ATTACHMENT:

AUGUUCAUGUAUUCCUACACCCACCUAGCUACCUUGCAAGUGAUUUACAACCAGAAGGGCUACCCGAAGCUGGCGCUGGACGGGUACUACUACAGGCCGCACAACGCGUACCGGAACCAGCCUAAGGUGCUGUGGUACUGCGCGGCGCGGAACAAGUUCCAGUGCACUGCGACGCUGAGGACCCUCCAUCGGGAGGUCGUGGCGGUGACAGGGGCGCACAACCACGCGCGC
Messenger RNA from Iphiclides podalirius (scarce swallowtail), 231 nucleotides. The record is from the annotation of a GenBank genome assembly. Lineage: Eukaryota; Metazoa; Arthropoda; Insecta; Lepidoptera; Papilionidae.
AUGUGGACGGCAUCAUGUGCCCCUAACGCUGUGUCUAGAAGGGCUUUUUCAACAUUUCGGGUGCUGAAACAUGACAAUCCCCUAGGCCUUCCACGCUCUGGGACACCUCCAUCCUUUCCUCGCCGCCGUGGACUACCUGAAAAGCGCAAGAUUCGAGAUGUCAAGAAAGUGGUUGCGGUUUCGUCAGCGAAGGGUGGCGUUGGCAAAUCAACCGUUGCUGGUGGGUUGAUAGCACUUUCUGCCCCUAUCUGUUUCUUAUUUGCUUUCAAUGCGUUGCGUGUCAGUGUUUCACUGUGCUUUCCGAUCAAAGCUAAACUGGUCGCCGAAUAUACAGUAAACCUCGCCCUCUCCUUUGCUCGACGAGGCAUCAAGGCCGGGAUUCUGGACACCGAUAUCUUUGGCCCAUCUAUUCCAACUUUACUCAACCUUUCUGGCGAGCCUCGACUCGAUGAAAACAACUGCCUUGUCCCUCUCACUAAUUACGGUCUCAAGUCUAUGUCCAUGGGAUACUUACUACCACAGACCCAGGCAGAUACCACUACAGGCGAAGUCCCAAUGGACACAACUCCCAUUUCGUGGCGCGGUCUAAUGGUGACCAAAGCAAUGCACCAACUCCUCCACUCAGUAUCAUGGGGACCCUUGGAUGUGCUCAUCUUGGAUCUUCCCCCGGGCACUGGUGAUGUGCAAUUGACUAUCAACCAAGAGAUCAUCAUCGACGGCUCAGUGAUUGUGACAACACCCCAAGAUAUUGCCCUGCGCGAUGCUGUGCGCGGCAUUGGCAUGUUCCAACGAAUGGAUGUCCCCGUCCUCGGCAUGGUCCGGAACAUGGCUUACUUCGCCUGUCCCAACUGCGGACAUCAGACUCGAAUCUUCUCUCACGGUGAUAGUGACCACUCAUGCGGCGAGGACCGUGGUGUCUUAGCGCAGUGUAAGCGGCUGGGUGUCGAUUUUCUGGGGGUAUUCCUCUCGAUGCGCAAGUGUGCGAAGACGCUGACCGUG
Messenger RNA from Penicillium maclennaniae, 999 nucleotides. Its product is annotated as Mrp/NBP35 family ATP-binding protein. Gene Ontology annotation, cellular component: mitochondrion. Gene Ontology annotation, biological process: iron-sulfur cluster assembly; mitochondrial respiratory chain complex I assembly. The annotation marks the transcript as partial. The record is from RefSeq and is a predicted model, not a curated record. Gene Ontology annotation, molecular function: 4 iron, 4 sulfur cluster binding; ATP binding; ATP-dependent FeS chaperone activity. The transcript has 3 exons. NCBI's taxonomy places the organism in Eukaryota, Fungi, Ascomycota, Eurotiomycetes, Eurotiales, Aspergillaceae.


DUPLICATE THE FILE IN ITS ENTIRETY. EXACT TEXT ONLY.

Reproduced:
AUGUUCAUGUAUUCCUACACCCACCUAGCUACCUUGCAAGUGAUUUACAACCAGAAGGGCUACCCGAAGCUGGCGCUGGACGGGUACUACUACAGGCCGCACAACGCGUACCGGAACCAGCCUAAGGUGCUGUGGUACUGCGCGGCGCGGAACAAGUUCCAGUGCACUGCGACGCUGAGGACCCUCCAUCGGGAGGUCGUGGCGGUGACAGGGGCGCACAACCACGCGCGC
Messenger RNA from Iphiclides podalirius (scarce swallowtail), 231 nucleotides. The record is from the annotation of a GenBank genome assembly. Lineage: Eukaryota; Metazoa; Arthropoda; Insecta; Lepidoptera; Papilionidae.
AUGUGGACGGCAUCAUGUGCCCCUAACGCUGUGUCUAGAAGGGCUUUUUCAACAUUUCGGGUGCUGAAACAUGACAAUCCCCUAGGCCUUCCACGCUCUGGGACACCUCCAUCCUUUCCUCGCCGCCGUGGACUACCUGAAAAGCGCAAGAUUCGAGAUGUCAAGAAAGUGGUUGCGGUUUCGUCAGCGAAGGGUGGCGUUGGCAAAUCAACCGUUGCUGGUGGGUUGAUAGCACUUUCUGCCCCUAUCUGUUUCUUAUUUGCUUUCAAUGCGUUGCGUGUCAGUGUUUCACUGUGCUUUCCGAUCAAAGCUAAACUGGUCGCCGAAUAUACAGUAAACCUCGCCCUCUCCUUUGCUCGACGAGGCAUCAAGGCCGGGAUUCUGGACACCGAUAUCUUUGGCCCAUCUAUUCCAACUUUACUCAACCUUUCUGGCGAGCCUCGACUCGAUGAAAACAACUGCCUUGUCCCUCUCACUAAUUACGGUCUCAAGUCUAUGUCCAUGGGAUACUUACUACCACAGACCCAGGCAGAUACCACUACAGGCGAAGUCCCAAUGGACACAACUCCCAUUUCGUGGCGCGGUCUAAUGGUGACCAAAGCAAUGCACCAACUCCUCCACUCAGUAUCAUGGGGACCCUUGGAUGUGCUCAUCUUGGAUCUUCCCCCGGGCACUGGUGAUGUGCAAUUGACUAUCAACCAAGAGAUCAUCAUCGACGGCUCAGUGAUUGUGACAACACCCCAAGAUAUUGCCCUGCGCGAUGCUGUGCGCGGCAUUGGCAUGUUCCAACGAAUGGAUGUCCCCGUCCUCGGCAUGGUCCGGAACAUGGCUUACUUCGCCUGUCCCAACUGCGGACAUCAGACUCGAAUCUUCUCUCACGGUGAUAGUGACCACUCAUGCGGCGAGGACCGUGGUGUCUUAGCGCAGUGUAAGCGGCUGGGUGUCGAUUUUCUGGGGGUAUUCCUCUCGAUGCGCAAGUGUGCGAAGACGCUGACCGUG
Messenger RNA from Penicillium maclennaniae, 999 nucleotides. Its product is annotated as Mrp/NBP35 family ATP-binding protein. Gene Ontology annotation, cellular component: mitochondrion. Gene Ontology annotation, biological process: iron-sulfur cluster assembly; mitochondrial respiratory chain complex I assembly. The annotation marks the transcript as partial. The record is from RefSeq and is a predicted model, not a curated record. Gene Ontology annotation, molecular function: 4 iron, 4 sulfur cluster binding; ATP binding; ATP-dependent FeS chaperone activity. The transcript has 3 exons. NCBI's taxonomy places the organism in Eukaryota, Fungi, Ascomycota, Eurotiomycetes, Eurotiales, Aspergillaceae.